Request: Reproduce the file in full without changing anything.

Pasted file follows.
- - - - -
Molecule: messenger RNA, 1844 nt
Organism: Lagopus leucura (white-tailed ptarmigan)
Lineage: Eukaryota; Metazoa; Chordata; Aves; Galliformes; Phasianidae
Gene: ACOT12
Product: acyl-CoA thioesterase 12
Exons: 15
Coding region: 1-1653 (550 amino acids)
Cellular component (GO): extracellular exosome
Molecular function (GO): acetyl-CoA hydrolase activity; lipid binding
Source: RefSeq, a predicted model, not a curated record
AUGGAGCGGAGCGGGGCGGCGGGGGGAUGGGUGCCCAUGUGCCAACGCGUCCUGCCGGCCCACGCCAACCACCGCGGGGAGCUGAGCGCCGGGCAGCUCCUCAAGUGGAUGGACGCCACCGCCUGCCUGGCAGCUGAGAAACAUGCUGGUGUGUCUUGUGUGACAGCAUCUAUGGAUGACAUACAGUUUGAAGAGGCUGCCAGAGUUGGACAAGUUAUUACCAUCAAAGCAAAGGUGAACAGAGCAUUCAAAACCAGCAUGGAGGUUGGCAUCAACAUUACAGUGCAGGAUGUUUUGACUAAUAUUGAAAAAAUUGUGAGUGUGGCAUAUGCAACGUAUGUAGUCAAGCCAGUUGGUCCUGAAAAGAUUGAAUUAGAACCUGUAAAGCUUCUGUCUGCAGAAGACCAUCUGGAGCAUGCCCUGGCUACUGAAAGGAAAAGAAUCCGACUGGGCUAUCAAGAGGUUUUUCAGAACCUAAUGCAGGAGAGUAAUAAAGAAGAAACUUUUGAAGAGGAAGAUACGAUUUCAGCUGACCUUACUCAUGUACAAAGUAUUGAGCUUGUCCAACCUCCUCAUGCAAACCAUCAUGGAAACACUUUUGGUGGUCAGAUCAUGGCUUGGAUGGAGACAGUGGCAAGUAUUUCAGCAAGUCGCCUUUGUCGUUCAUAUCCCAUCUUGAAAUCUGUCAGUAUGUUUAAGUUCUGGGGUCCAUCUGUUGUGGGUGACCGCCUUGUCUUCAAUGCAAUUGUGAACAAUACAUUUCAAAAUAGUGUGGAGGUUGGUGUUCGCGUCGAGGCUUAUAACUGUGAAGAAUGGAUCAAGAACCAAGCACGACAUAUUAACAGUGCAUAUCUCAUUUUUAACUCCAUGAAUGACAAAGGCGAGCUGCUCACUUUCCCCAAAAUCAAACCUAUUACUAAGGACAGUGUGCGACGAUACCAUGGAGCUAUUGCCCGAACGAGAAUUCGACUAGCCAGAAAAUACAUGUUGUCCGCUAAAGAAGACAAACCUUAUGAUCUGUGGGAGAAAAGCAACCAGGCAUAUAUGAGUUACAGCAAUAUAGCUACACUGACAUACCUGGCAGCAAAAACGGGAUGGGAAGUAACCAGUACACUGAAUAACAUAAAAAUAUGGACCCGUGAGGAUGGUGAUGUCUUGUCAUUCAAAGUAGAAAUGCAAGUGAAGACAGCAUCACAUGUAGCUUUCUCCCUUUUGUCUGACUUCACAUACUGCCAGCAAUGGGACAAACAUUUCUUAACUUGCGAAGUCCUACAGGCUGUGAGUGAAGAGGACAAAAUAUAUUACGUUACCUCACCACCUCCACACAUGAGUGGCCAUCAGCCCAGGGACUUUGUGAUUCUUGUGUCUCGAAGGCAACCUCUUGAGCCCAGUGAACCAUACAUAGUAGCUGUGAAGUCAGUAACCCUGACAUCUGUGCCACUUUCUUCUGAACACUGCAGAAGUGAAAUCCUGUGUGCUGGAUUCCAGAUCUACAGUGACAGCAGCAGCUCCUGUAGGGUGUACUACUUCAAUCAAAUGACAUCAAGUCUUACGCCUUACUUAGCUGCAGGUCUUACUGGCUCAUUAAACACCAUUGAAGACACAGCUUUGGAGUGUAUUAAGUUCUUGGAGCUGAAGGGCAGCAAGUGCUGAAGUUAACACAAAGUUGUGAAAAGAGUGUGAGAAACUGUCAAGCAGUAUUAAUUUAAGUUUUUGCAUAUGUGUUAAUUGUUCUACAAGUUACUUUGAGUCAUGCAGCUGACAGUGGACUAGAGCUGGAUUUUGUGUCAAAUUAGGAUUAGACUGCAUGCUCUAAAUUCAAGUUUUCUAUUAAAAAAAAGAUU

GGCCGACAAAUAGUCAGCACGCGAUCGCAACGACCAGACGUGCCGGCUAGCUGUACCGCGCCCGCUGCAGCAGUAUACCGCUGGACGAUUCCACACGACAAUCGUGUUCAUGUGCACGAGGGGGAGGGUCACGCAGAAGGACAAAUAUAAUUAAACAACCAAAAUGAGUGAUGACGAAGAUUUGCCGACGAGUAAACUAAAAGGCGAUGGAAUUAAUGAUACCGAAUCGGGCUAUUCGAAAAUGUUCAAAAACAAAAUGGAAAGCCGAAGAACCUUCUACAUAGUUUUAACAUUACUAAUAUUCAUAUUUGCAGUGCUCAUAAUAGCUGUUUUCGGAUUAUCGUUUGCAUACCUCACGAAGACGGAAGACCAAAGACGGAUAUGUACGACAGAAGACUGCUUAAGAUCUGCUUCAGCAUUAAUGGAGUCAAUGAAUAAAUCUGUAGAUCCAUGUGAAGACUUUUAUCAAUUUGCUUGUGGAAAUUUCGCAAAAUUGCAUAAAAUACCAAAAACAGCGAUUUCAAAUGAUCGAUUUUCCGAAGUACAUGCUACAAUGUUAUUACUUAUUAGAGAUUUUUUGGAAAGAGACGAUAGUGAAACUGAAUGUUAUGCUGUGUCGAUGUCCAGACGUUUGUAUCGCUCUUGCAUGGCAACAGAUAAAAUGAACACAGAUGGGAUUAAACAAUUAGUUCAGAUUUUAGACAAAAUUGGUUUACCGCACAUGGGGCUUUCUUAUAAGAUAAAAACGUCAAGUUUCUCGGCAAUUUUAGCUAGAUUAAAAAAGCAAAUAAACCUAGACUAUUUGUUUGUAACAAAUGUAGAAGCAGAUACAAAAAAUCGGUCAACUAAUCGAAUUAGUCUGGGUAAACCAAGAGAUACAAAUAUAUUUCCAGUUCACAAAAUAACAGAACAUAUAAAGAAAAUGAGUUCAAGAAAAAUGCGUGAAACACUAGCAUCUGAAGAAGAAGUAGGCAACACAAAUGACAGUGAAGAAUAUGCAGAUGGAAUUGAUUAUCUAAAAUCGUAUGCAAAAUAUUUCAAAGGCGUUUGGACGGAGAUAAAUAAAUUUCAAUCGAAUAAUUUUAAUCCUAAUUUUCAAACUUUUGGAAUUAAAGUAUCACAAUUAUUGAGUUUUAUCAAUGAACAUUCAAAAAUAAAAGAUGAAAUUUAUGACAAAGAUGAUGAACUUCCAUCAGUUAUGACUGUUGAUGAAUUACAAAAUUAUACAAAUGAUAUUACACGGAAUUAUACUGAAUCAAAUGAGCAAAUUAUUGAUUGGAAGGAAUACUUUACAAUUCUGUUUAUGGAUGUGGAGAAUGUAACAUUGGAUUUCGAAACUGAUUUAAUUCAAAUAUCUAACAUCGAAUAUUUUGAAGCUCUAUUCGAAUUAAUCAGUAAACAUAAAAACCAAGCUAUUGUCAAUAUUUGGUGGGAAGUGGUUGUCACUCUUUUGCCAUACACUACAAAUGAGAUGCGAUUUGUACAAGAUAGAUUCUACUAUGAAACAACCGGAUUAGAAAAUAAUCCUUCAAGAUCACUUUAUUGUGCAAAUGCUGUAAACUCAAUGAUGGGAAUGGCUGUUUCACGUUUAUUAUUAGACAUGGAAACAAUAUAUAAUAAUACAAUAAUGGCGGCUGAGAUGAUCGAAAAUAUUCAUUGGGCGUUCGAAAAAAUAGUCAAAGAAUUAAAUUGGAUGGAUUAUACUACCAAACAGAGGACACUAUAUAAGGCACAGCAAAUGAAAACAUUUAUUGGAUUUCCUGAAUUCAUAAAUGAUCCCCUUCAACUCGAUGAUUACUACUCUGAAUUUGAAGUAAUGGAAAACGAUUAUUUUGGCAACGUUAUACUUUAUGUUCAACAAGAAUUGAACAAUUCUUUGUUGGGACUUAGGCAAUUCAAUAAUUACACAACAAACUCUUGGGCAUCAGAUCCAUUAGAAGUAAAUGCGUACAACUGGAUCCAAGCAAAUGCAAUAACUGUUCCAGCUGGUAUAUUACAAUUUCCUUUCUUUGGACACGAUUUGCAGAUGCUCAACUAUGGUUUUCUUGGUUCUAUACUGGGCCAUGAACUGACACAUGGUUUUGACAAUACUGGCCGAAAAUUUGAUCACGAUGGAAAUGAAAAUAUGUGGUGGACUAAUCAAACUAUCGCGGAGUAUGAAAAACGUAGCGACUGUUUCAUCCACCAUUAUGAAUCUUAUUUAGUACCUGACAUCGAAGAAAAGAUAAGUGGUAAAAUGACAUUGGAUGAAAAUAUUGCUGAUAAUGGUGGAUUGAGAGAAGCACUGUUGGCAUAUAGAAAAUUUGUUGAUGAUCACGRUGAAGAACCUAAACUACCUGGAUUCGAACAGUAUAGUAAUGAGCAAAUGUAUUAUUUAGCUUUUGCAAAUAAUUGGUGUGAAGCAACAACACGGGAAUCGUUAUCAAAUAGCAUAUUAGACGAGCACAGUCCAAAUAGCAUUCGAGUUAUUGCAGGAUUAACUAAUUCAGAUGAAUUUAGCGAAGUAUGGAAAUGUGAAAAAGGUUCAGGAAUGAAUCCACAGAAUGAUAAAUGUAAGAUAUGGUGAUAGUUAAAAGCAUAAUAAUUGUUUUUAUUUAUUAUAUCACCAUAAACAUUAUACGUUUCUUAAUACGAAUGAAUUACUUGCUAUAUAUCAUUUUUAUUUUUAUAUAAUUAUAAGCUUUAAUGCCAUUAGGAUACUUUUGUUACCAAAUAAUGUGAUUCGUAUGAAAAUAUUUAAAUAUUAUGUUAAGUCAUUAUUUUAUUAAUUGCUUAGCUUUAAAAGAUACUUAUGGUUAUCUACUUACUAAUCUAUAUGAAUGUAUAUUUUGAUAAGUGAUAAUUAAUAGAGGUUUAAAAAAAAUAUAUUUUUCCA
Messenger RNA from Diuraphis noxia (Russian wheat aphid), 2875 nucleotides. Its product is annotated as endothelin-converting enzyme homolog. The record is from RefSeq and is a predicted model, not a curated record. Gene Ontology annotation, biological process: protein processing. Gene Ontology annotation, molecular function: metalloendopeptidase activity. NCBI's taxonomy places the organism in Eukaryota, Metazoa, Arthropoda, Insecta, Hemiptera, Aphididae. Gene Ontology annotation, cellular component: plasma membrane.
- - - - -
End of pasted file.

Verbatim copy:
Molecule: messenger RNA, 1844 nt
Organism: Lagopus leucura (white-tailed ptarmigan)
Lineage: Eukaryota; Metazoa; Chordata; Aves; Galliformes; Phasianidae
Gene: ACOT12
Product: acyl-CoA thioesterase 12
Exons: 15
Coding region: 1-1653 (550 amino acids)
Cellular component (GO): extracellular exosome
Molecular function (GO): acetyl-CoA hydrolase activity; lipid binding
Source: RefSeq, a predicted model, not a curated record
AUGGAGCGGAGCGGGGCGGCGGGGGGAUGGGUGCCCAUGUGCCAACGCGUCCUGCCGGCCCACGCCAACCACCGCGGGGAGCUGAGCGCCGGGCAGCUCCUCAAGUGGAUGGACGCCACCGCCUGCCUGGCAGCUGAGAAACAUGCUGGUGUGUCUUGUGUGACAGCAUCUAUGGAUGACAUACAGUUUGAAGAGGCUGCCAGAGUUGGACAAGUUAUUACCAUCAAAGCAAAGGUGAACAGAGCAUUCAAAACCAGCAUGGAGGUUGGCAUCAACAUUACAGUGCAGGAUGUUUUGACUAAUAUUGAAAAAAUUGUGAGUGUGGCAUAUGCAACGUAUGUAGUCAAGCCAGUUGGUCCUGAAAAGAUUGAAUUAGAACCUGUAAAGCUUCUGUCUGCAGAAGACCAUCUGGAGCAUGCCCUGGCUACUGAAAGGAAAAGAAUCCGACUGGGCUAUCAAGAGGUUUUUCAGAACCUAAUGCAGGAGAGUAAUAAAGAAGAAACUUUUGAAGAGGAAGAUACGAUUUCAGCUGACCUUACUCAUGUACAAAGUAUUGAGCUUGUCCAACCUCCUCAUGCAAACCAUCAUGGAAACACUUUUGGUGGUCAGAUCAUGGCUUGGAUGGAGACAGUGGCAAGUAUUUCAGCAAGUCGCCUUUGUCGUUCAUAUCCCAUCUUGAAAUCUGUCAGUAUGUUUAAGUUCUGGGGUCCAUCUGUUGUGGGUGACCGCCUUGUCUUCAAUGCAAUUGUGAACAAUACAUUUCAAAAUAGUGUGGAGGUUGGUGUUCGCGUCGAGGCUUAUAACUGUGAAGAAUGGAUCAAGAACCAAGCACGACAUAUUAACAGUGCAUAUCUCAUUUUUAACUCCAUGAAUGACAAAGGCGAGCUGCUCACUUUCCCCAAAAUCAAACCUAUUACUAAGGACAGUGUGCGACGAUACCAUGGAGCUAUUGCCCGAACGAGAAUUCGACUAGCCAGAAAAUACAUGUUGUCCGCUAAAGAAGACAAACCUUAUGAUCUGUGGGAGAAAAGCAACCAGGCAUAUAUGAGUUACAGCAAUAUAGCUACACUGACAUACCUGGCAGCAAAAACGGGAUGGGAAGUAACCAGUACACUGAAUAACAUAAAAAUAUGGACCCGUGAGGAUGGUGAUGUCUUGUCAUUCAAAGUAGAAAUGCAAGUGAAGACAGCAUCACAUGUAGCUUUCUCCCUUUUGUCUGACUUCACAUACUGCCAGCAAUGGGACAAACAUUUCUUAACUUGCGAAGUCCUACAGGCUGUGAGUGAAGAGGACAAAAUAUAUUACGUUACCUCACCACCUCCACACAUGAGUGGCCAUCAGCCCAGGGACUUUGUGAUUCUUGUGUCUCGAAGGCAACCUCUUGAGCCCAGUGAACCAUACAUAGUAGCUGUGAAGUCAGUAACCCUGACAUCUGUGCCACUUUCUUCUGAACACUGCAGAAGUGAAAUCCUGUGUGCUGGAUUCCAGAUCUACAGUGACAGCAGCAGCUCCUGUAGGGUGUACUACUUCAAUCAAAUGACAUCAAGUCUUACGCCUUACUUAGCUGCAGGUCUUACUGGCUCAUUAAACACCAUUGAAGACACAGCUUUGGAGUGUAUUAAGUUCUUGGAGCUGAAGGGCAGCAAGUGCUGAAGUUAACACAAAGUUGUGAAAAGAGUGUGAGAAACUGUCAAGCAGUAUUAAUUUAAGUUUUUGCAUAUGUGUUAAUUGUUCUACAAGUUACUUUGAGUCAUGCAGCUGACAGUGGACUAGAGCUGGAUUUUGUGUCAAAUUAGGAUUAGACUGCAUGCUCUAAAUUCAAGUUUUCUAUUAAAAAAAAGAUU

GGCCGACAAAUAGUCAGCACGCGAUCGCAACGACCAGACGUGCCGGCUAGCUGUACCGCGCCCGCUGCAGCAGUAUACCGCUGGACGAUUCCACACGACAAUCGUGUUCAUGUGCACGAGGGGGAGGGUCACGCAGAAGGACAAAUAUAAUUAAACAACCAAAAUGAGUGAUGACGAAGAUUUGCCGACGAGUAAACUAAAAGGCGAUGGAAUUAAUGAUACCGAAUCGGGCUAUUCGAAAAUGUUCAAAAACAAAAUGGAAAGCCGAAGAACCUUCUACAUAGUUUUAACAUUACUAAUAUUCAUAUUUGCAGUGCUCAUAAUAGCUGUUUUCGGAUUAUCGUUUGCAUACCUCACGAAGACGGAAGACCAAAGACGGAUAUGUACGACAGAAGACUGCUUAAGAUCUGCUUCAGCAUUAAUGGAGUCAAUGAAUAAAUCUGUAGAUCCAUGUGAAGACUUUUAUCAAUUUGCUUGUGGAAAUUUCGCAAAAUUGCAUAAAAUACCAAAAACAGCGAUUUCAAAUGAUCGAUUUUCCGAAGUACAUGCUACAAUGUUAUUACUUAUUAGAGAUUUUUUGGAAAGAGACGAUAGUGAAACUGAAUGUUAUGCUGUGUCGAUGUCCAGACGUUUGUAUCGCUCUUGCAUGGCAACAGAUAAAAUGAACACAGAUGGGAUUAAACAAUUAGUUCAGAUUUUAGACAAAAUUGGUUUACCGCACAUGGGGCUUUCUUAUAAGAUAAAAACGUCAAGUUUCUCGGCAAUUUUAGCUAGAUUAAAAAAGCAAAUAAACCUAGACUAUUUGUUUGUAACAAAUGUAGAAGCAGAUACAAAAAAUCGGUCAACUAAUCGAAUUAGUCUGGGUAAACCAAGAGAUACAAAUAUAUUUCCAGUUCACAAAAUAACAGAACAUAUAAAGAAAAUGAGUUCAAGAAAAAUGCGUGAAACACUAGCAUCUGAAGAAGAAGUAGGCAACACAAAUGACAGUGAAGAAUAUGCAGAUGGAAUUGAUUAUCUAAAAUCGUAUGCAAAAUAUUUCAAAGGCGUUUGGACGGAGAUAAAUAAAUUUCAAUCGAAUAAUUUUAAUCCUAAUUUUCAAACUUUUGGAAUUAAAGUAUCACAAUUAUUGAGUUUUAUCAAUGAACAUUCAAAAAUAAAAGAUGAAAUUUAUGACAAAGAUGAUGAACUUCCAUCAGUUAUGACUGUUGAUGAAUUACAAAAUUAUACAAAUGAUAUUACACGGAAUUAUACUGAAUCAAAUGAGCAAAUUAUUGAUUGGAAGGAAUACUUUACAAUUCUGUUUAUGGAUGUGGAGAAUGUAACAUUGGAUUUCGAAACUGAUUUAAUUCAAAUAUCUAACAUCGAAUAUUUUGAAGCUCUAUUCGAAUUAAUCAGUAAACAUAAAAACCAAGCUAUUGUCAAUAUUUGGUGGGAAGUGGUUGUCACUCUUUUGCCAUACACUACAAAUGAGAUGCGAUUUGUACAAGAUAGAUUCUACUAUGAAACAACCGGAUUAGAAAAUAAUCCUUCAAGAUCACUUUAUUGUGCAAAUGCUGUAAACUCAAUGAUGGGAAUGGCUGUUUCACGUUUAUUAUUAGACAUGGAAACAAUAUAUAAUAAUACAAUAAUGGCGGCUGAGAUGAUCGAAAAUAUUCAUUGGGCGUUCGAAAAAAUAGUCAAAGAAUUAAAUUGGAUGGAUUAUACUACCAAACAGAGGACACUAUAUAAGGCACAGCAAAUGAAAACAUUUAUUGGAUUUCCUGAAUUCAUAAAUGAUCCCCUUCAACUCGAUGAUUACUACUCUGAAUUUGAAGUAAUGGAAAACGAUUAUUUUGGCAACGUUAUACUUUAUGUUCAACAAGAAUUGAACAAUUCUUUGUUGGGACUUAGGCAAUUCAAUAAUUACACAACAAACUCUUGGGCAUCAGAUCCAUUAGAAGUAAAUGCGUACAACUGGAUCCAAGCAAAUGCAAUAACUGUUCCAGCUGGUAUAUUACAAUUUCCUUUCUUUGGACACGAUUUGCAGAUGCUCAACUAUGGUUUUCUUGGUUCUAUACUGGGCCAUGAACUGACACAUGGUUUUGACAAUACUGGCCGAAAAUUUGAUCACGAUGGAAAUGAAAAUAUGUGGUGGACUAAUCAAACUAUCGCGGAGUAUGAAAAACGUAGCGACUGUUUCAUCCACCAUUAUGAAUCUUAUUUAGUACCUGACAUCGAAGAAAAGAUAAGUGGUAAAAUGACAUUGGAUGAAAAUAUUGCUGAUAAUGGUGGAUUGAGAGAAGCACUGUUGGCAUAUAGAAAAUUUGUUGAUGAUCACGRUGAAGAACCUAAACUACCUGGAUUCGAACAGUAUAGUAAUGAGCAAAUGUAUUAUUUAGCUUUUGCAAAUAAUUGGUGUGAAGCAACAACACGGGAAUCGUUAUCAAAUAGCAUAUUAGACGAGCACAGUCCAAAUAGCAUUCGAGUUAUUGCAGGAUUAACUAAUUCAGAUGAAUUUAGCGAAGUAUGGAAAUGUGAAAAAGGUUCAGGAAUGAAUCCACAGAAUGAUAAAUGUAAGAUAUGGUGAUAGUUAAAAGCAUAAUAAUUGUUUUUAUUUAUUAUAUCACCAUAAACAUUAUACGUUUCUUAAUACGAAUGAAUUACUUGCUAUAUAUCAUUUUUAUUUUUAUAUAAUUAUAAGCUUUAAUGCCAUUAGGAUACUUUUGUUACCAAAUAAUGUGAUUCGUAUGAAAAUAUUUAAAUAUUAUGUUAAGUCAUUAUUUUAUUAAUUGCUUAGCUUUAAAAGAUACUUAUGGUUAUCUACUUACUAAUCUAUAUGAAUGUAUAUUUUGAUAAGUGAUAAUUAAUAGAGGUUUAAAAAAAAUAUAUUUUUCCA
Messenger RNA from Diuraphis noxia (Russian wheat aphid), 2875 nucleotides. Its product is annotated as endothelin-converting enzyme homolog. The record is from RefSeq and is a predicted model, not a curated record. Gene Ontology annotation, biological process: protein processing. Gene Ontology annotation, molecular function: metalloendopeptidase activity. NCBI's taxonomy places the organism in Eukaryota, Metazoa, Arthropoda, Insecta, Hemiptera, Aphididae. Gene Ontology annotation, cellular component: plasma membrane.